Still staying Peninsula side, we just had to get this posted as yet another pedigree rental which could do very well as party central. A c.1958 commission for David Chancellor (naturally of firm Chancellor & Patrick) this one has been leased in the past and seems again to just be sitting around empty, waiting for new tenants. With that handsome main living, bland yet clean new kitchen, bedrooms to accomodate 4 (perhaps up to 8)and a sweeping lawn just crying out for bocce and beers and a bonfire we think $650 a week ain’t too much to ask. The call of the contemporary commune is strong with this one.
We’ve just received the news from Keely (bittersweet thanks) that the magnificent Chancellor House II, yes David Chancellors own family home which he designed himself c.1957 and rebuilt again after a fire c.1970 (and which we listed last year) now has cyclone fencing around it. It has a demolition permit approved in City Of Whitehorse register and (surprise friggin surprise!) a permit approval for 2 dwellings. No doubt these two townhouses will be some of the most innovative, well conceived, architect designed and crafted homes of already assumed historical value to dovetail beautifully with those majestic, 50 year-old trees which we are sure will be left standing, cooling all as summer fast approaches and keeping the green suburban character alive, ultimately ensuring that the destruction of such a fine and livable example of our influential architectural heritage, materials and design will not be in vain.
Or maybe not.
We apologise in advance for the bait and switch, for although this is a legitimate listing and still wonderful home (with a few beach house extensions) and the main building remains intact, we cannot avert our eyes from the original; a veritable lesson in Mid-Century Australian, nay, international Modernism. Many thanks to Steven at MDCA for all the intel and historical images (more here), for what is a truly breathtaking example. This beach house designed by David Chancellor (of oft celebrated firm Chancellor & Patrick) in 1953. It was constructed for £2000 utilising a system of pre-fab panels hung on a timber frame sitting on a concrete base, with that beautiful stone hearth providing a focus in the living zones whilst separating the sleeping/bathing and cantilever beams stretching over the terrace. And.that.is.it. Stripping back amenity and form to just the elegant essentials, this home at 65 years of age is a pinnacle of Modern design. It could certainly hold its own with any small, domestic projects built in the US or Europe in the era and undertaking, we dare say, far greater material, financial and cultural constraints but additionally stands up today, with the original,1953 1-bedder comparable to anything being offered by the premier pre-fab, small homes and higher-end architects practising right now. And once more it returns us to the question: Where the hell did it all go so wrong? If this is what we were building in the early 1950s, then why are so many of our glorious beach ‘burbs slathered in stale brick veneer, tiled roofed, neocolonial mediocrity? We had it in the palm of our hands to build for our lifestyle, with a discipline of elemental sophistication, as built by world leaders of design and we turned our back on it for over 30 years – only to find ourselves repeatedly startled by seeing what we think of as ‘contemporary’ is actually more than 60 years old.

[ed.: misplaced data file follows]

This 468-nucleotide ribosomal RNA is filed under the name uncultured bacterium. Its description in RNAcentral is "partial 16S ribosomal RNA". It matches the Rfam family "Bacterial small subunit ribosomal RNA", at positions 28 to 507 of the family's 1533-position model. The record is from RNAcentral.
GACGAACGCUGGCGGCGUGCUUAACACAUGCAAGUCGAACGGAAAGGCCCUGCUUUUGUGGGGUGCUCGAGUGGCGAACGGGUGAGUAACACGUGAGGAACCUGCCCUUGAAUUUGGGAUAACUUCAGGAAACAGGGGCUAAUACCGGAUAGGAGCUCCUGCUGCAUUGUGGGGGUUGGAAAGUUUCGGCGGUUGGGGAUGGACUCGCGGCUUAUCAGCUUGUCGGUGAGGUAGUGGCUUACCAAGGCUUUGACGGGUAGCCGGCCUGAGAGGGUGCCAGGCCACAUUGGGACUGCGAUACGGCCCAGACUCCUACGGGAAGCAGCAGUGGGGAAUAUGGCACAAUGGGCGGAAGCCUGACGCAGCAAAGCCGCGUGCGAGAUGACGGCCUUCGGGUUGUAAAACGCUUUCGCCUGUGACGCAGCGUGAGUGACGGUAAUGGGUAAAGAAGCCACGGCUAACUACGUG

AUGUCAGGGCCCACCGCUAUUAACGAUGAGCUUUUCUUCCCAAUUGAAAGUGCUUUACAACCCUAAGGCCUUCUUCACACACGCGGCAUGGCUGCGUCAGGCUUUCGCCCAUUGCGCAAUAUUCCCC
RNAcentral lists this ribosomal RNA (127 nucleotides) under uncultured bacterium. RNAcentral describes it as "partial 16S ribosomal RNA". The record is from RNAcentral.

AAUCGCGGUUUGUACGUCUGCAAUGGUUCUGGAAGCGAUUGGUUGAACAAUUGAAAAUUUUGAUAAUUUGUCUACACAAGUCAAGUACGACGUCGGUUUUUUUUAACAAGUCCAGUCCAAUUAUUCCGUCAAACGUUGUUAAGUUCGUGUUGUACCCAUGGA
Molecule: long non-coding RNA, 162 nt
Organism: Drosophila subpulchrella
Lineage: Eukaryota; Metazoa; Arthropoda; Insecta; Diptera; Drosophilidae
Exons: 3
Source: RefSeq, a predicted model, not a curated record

PS- Grab your diving mask & spearguns, gonna get us some crays!
Today a sublime combination of local history and inspirational renovation. In our 10 years at MA we’ve listed this home twice before and on both occasions thought it would be for the last time as earlier listing images and reports from the ground had indicated a run-down and almost dank property requiring real vision and yakka to bring it from the brink. Longtime family home of beloved cartoonist ‘W.E.G’ (there is no footy fan over a certain age who will not have a WEG poster hidden on some wall, somewhere) this is yet another architectural knockout from the fabulous Chancellor and Patrick (c.1962). A typical classic with its gabled roof, heavy FLW masonry and beautiful timber work. So now we report with glee that a visionary was found (or perhaps they found this home) and in the spirit of the Fitzpatrick House we listed last month, it too has just charged triumphantly through the banner ready to rumble in championship condition once more. And, not discounting the incredible toil undertaken here, it’s quite eye-opening what the simple placement of a pool fence can do right? Highest praise to the vendors and good luck to all who are throwing into the ring in for this one, it really is a heroic house.